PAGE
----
The board of Great Outdoors Colorado has rewarded Larimer County an $812,475 grant. The Laramie Foothills conservation grant will be used to conserve and protect habitat in the area. The region is home to mule deer, elk, and other native Colorado species. The Laramie Foothills span an area from north of Fort Collins to the Wyoming border. The Foothills are an ecological transition zone. This transition zone is where native shortgrass prairies meet rolling mahogany shrublands. Larimer County has completed several conservation projects during the last twenty years. The Foothills area has many crucial wildlife migration routes stretching across it. Likewise, its natural rangeland provides a vital winter range for wildlife. Subsequently, the project will attempt to protect the significant biodiversity in the area.
Laramie Foothills Conservation Grant Project Details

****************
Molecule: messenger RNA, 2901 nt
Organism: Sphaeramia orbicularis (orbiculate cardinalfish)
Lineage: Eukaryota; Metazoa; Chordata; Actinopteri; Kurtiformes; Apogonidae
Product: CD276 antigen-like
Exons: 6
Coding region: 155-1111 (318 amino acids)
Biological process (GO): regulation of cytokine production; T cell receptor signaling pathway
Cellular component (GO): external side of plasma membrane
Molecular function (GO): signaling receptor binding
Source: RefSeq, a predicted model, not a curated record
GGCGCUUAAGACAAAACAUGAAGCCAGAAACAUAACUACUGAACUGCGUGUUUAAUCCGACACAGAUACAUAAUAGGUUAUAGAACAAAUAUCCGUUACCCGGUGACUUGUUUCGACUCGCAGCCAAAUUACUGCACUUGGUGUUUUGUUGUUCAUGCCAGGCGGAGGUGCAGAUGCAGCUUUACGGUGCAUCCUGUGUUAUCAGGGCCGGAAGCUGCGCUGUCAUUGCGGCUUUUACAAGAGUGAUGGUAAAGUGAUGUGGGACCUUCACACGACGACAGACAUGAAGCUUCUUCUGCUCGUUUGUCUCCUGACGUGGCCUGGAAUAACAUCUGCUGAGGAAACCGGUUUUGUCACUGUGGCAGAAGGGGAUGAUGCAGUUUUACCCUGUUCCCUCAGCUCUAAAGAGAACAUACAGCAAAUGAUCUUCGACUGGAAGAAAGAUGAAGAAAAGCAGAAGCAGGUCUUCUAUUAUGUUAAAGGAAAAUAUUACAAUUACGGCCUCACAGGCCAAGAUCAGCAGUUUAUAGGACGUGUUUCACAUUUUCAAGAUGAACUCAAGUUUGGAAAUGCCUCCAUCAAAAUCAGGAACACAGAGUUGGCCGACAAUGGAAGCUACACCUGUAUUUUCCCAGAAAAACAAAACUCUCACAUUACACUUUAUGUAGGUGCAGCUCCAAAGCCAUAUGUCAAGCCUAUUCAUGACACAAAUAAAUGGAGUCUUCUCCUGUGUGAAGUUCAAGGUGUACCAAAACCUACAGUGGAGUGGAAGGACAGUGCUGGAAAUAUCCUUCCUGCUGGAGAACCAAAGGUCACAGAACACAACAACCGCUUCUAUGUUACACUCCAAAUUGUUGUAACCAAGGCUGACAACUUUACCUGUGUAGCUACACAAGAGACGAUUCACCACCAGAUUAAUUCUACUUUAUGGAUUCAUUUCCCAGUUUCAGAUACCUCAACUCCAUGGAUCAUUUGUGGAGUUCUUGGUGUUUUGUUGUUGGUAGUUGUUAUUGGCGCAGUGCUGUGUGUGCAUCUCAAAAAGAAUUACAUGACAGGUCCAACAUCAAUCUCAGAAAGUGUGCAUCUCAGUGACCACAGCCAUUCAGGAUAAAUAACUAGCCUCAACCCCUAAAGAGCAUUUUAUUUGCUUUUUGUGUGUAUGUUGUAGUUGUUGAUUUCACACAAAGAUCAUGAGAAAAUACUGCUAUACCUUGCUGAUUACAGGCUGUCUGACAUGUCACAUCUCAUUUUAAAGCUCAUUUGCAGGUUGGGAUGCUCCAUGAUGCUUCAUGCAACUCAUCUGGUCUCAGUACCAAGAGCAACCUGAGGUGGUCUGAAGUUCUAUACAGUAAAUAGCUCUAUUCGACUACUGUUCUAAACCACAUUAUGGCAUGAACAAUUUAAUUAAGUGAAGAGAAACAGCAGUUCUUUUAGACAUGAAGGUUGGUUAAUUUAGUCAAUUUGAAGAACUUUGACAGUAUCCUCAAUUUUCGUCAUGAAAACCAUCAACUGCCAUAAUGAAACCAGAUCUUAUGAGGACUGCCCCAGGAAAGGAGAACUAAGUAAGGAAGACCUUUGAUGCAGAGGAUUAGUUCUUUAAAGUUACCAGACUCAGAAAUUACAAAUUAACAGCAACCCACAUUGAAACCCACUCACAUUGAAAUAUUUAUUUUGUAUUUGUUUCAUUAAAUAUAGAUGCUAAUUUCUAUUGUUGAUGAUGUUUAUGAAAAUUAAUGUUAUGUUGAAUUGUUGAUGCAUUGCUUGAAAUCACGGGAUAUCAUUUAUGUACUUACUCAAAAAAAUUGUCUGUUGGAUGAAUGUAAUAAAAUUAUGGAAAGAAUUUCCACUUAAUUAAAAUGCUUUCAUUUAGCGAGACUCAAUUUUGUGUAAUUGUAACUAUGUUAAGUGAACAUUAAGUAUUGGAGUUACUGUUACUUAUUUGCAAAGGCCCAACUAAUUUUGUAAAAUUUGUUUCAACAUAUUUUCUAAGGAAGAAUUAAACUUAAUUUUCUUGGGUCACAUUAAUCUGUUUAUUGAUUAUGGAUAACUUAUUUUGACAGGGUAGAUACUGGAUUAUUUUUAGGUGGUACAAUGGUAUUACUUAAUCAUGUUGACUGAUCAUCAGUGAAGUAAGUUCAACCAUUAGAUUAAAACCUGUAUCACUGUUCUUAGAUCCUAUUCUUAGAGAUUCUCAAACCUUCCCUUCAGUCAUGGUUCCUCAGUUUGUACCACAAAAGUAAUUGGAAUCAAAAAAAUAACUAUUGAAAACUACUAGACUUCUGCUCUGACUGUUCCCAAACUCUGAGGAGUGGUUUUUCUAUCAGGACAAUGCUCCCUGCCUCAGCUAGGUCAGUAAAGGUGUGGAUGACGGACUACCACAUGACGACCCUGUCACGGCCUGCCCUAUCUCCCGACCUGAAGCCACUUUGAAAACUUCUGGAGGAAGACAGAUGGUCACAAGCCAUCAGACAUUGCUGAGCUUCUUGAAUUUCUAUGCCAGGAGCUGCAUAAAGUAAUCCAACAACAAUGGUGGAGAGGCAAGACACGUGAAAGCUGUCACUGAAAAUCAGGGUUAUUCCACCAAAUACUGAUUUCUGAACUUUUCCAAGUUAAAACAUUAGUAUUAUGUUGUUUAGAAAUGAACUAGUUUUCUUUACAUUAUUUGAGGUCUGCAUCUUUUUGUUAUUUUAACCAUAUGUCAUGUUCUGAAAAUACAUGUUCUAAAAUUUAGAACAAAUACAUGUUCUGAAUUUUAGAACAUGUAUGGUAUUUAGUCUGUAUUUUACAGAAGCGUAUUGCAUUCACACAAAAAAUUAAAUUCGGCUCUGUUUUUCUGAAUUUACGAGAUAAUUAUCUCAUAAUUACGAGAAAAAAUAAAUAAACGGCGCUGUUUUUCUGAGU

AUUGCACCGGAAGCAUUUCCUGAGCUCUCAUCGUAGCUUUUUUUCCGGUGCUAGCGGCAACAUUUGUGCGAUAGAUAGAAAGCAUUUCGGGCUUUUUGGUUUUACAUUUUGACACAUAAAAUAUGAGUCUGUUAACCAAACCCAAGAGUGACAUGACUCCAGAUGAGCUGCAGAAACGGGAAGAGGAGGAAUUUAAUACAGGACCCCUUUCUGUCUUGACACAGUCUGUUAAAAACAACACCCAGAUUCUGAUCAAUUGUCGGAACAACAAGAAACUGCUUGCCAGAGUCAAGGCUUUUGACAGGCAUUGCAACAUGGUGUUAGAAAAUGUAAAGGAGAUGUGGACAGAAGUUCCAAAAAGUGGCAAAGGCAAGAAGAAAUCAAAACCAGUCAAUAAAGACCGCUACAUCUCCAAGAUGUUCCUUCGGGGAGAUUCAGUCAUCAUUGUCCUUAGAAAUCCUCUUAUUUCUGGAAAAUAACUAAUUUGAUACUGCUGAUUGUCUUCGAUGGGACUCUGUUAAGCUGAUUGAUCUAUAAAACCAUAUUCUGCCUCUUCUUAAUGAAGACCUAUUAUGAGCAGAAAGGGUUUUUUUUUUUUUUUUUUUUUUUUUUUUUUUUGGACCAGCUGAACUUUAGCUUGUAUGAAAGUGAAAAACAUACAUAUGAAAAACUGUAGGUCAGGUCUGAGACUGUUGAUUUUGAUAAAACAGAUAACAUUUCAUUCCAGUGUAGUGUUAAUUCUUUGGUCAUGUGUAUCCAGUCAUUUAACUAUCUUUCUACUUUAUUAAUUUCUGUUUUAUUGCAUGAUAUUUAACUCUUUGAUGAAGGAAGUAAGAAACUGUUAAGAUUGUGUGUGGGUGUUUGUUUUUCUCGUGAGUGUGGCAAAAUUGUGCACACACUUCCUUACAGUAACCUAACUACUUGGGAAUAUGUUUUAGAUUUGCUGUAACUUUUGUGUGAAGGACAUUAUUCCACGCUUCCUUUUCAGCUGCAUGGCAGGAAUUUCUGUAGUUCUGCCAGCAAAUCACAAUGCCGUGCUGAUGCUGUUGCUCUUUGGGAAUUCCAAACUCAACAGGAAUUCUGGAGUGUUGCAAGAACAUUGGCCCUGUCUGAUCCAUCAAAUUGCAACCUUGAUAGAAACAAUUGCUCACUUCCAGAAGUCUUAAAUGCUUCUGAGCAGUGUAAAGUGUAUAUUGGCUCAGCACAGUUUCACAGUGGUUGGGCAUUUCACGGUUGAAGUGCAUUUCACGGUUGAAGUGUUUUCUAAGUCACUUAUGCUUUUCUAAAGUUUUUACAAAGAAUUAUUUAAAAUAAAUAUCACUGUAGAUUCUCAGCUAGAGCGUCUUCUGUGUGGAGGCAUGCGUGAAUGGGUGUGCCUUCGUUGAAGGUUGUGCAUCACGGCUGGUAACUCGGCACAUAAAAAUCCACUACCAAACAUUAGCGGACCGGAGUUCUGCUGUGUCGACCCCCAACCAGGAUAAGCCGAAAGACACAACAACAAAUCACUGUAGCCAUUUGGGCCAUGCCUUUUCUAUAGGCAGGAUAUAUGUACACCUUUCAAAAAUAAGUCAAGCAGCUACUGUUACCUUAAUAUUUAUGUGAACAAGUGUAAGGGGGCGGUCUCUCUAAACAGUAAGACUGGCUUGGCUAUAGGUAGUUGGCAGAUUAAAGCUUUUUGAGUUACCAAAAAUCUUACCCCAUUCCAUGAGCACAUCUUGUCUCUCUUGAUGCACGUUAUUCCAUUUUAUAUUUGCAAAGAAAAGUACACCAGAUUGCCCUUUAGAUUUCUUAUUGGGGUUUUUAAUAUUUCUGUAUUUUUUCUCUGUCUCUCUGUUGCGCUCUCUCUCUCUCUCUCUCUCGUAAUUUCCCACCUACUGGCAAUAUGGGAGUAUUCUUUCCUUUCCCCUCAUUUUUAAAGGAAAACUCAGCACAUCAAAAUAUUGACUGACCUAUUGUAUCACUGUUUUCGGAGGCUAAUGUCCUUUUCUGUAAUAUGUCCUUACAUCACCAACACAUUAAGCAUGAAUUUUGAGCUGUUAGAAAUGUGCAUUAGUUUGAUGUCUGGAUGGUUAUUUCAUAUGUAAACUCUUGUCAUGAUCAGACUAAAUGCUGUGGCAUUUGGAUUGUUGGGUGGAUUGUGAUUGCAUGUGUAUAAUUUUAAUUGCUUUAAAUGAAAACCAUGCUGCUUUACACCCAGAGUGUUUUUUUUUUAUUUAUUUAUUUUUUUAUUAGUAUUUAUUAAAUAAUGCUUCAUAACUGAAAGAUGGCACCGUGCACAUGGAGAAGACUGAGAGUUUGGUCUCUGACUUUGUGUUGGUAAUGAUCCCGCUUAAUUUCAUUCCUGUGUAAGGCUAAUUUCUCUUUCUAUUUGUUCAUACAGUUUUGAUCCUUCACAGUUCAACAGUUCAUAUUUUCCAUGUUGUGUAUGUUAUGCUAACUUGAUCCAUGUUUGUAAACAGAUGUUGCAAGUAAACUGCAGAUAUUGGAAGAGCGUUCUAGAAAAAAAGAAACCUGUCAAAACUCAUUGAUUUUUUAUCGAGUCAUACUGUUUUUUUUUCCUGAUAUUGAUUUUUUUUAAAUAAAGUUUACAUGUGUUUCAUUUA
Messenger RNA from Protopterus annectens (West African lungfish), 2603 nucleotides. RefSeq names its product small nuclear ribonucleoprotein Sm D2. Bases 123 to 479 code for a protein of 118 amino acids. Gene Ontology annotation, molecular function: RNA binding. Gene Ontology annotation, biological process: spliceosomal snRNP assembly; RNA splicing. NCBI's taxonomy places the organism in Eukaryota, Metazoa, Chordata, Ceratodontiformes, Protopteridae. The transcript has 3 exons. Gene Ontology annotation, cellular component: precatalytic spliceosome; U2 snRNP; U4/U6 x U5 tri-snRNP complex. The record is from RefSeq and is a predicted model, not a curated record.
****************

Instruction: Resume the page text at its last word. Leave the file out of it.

The Great Outdoors Colorado grant was awarded to Larimer county to continue the conservation of wild places in the county. For instance, Great Outdoors Colorado has rewarded Larimer county $57.4 million for conservation projects. Consequently, Larimer county has protected more than 64,000 acres of land. In collaboration with the city of Fort Collins, the county will protect four tracts of land. Two of the parcels are private grazing ranches. However, the other two tracts are large open native grasslands. The main goal during this round of projects is to protect the buffer zone. This zone creates a continuous migration corridor for wildlife. The corridor connects the vital winter range grasslands on the eastern edge of the ranches, to the mahogany shrublands on the western side of the property. Consequently, this project will ensure that minimal surface disturbances will affect the migration corridors and the wildlife that use them.
What are your thoughts on the Laramie Foothills Conservation Grant? Do you think more projects that protect migration routes should be a priority? Let us know in the comments.